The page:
Are you an owner of a smart home? If yes, maybe you’re acquainted with the Belkin Wemo Insight smart plug. It serves to turn your lights and appliances on and off, and it can also monitor them from anywhere.
The plug is also designed to get insight into home energy usage and can be paired with Amazon Alexa and Google Home. So far, so good.
The problem is that the plug has been vulnerable for nearly a year, and a fix has not been introduced yet despite the makers being notified about the security bug. In other words, the Belkin Wemo Insight smart plug still contains the same remote code execution, zero-day vulnerability almost a year after the bug was disclosed. The bug has been given the CVE-2018-6692 number.
Here’s the official description of CVE-2018-6692:
Stack-based Buffer Overflow vulnerability in libUPnPHndlr.so in Belkin Wemo Insight Smart Plug allows remote attackers to bypass local security protection via a crafted HTTP post packet.
This security gap opens the door for attacks against IoT devices as the plug is connected to a home network.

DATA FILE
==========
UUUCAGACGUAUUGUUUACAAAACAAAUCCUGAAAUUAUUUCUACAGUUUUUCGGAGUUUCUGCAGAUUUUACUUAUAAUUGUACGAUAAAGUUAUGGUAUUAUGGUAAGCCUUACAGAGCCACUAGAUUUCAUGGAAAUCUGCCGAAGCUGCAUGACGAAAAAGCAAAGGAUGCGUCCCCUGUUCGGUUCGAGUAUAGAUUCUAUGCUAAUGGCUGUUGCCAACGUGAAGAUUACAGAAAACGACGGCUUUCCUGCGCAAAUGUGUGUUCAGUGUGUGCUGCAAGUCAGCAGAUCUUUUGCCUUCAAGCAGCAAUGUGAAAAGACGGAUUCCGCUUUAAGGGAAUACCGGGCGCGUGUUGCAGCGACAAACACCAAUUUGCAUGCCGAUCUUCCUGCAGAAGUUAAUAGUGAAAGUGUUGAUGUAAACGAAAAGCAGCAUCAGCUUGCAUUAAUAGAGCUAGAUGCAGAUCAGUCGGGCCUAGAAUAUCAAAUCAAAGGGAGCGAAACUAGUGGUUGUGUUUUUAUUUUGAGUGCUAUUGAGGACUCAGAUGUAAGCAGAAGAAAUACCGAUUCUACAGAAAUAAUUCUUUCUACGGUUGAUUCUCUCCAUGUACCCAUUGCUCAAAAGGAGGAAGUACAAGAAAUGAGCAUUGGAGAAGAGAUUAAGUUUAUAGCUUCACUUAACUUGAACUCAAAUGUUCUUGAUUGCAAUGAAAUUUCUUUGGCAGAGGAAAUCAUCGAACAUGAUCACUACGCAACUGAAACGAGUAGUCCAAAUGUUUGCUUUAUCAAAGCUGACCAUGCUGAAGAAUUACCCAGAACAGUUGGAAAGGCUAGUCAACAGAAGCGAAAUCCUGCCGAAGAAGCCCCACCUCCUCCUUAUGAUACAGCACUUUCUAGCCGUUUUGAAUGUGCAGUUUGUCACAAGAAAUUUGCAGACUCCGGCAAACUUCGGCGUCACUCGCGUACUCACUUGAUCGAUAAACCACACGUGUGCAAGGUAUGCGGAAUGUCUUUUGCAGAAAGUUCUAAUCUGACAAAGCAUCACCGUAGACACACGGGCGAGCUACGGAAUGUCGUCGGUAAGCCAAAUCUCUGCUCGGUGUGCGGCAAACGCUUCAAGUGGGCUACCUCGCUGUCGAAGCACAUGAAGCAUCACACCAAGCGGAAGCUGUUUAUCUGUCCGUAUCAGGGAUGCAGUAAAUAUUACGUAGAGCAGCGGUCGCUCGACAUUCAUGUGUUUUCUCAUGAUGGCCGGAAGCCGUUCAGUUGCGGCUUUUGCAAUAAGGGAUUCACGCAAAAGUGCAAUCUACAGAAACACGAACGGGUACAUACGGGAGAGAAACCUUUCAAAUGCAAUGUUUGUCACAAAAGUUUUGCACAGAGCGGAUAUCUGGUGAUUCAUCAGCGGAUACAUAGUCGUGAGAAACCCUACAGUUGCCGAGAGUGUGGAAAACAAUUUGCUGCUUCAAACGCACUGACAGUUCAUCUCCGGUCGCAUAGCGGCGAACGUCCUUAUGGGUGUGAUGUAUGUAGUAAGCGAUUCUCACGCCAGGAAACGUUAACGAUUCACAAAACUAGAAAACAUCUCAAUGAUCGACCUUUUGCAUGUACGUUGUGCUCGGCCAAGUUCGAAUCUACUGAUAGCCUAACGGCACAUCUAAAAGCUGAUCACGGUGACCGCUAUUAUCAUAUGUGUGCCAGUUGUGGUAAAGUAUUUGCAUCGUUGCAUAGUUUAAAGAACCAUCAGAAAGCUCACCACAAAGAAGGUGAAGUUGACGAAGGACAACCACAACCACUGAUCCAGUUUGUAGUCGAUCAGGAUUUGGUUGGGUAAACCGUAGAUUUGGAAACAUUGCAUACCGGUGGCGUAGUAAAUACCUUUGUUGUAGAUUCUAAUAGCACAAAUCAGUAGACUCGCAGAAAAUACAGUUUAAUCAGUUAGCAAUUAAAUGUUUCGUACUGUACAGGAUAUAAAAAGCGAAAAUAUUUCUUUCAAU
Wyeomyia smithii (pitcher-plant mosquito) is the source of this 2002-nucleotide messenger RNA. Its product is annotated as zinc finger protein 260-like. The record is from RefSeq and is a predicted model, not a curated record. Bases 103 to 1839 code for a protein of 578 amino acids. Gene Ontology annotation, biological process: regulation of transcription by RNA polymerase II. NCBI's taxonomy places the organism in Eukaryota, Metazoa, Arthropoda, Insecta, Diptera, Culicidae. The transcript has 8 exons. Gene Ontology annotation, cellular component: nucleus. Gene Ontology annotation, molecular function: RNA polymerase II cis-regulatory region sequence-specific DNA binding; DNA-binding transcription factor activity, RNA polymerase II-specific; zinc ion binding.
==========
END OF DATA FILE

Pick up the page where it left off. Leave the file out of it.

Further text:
According to on an analysis of recent samples of the [wplinkpreview url=”https://sensorstechforum.com/internet-things-botnet-new-type-malware/”] Bashlite malware conducted by McAfee researchers, there are Metasploit modules that target the Wemo UPnP protocol.
The researchers believe that hackers are targeting a diverse range of IoT devices in an attempt to discover vulnerable ones, and then utilize default credentials to gain access.
More about the RCE Vulnerability in Belkin Wemo
Nearly a year ago, on May 21, 2018, the security researchers contacted Belkin to inform them about the RCE bug in the smart plug. The report not only included detailed analysis of the issue but also presented an on-camera demonstration of how the issue can be exploited.
In addition, the experts said that CVE-2018-6692 could be related to another, older vulnerability within Wemo, which has been patched. Via the action SetSmartDevInfo and corresponding argument SmartDevURL, the 2015 flaw allowed third parties to fingerprint and exploit devices without the user’s permission.
Vulnerabilities such as the CVE-2018-6692 Belkin Wemo bug could allow hackers to take over a range of connected devices, including surveillance cameras. A patch for the vulnerability may be released at the end of this month but the date hasn’t been confirmed. It is curious to mention that Belkin recently patched a different vulnerability in its Mr. Coffee coffee maker with Wemo.
What to do to avoid attacks involving CVE-2018-6692?
As this vulnerability requires network access to exploit the device, the expert recommendation is to implement strong WiFi passwords, and isolate IoT devices from critical devices using VLANs or network segmentation.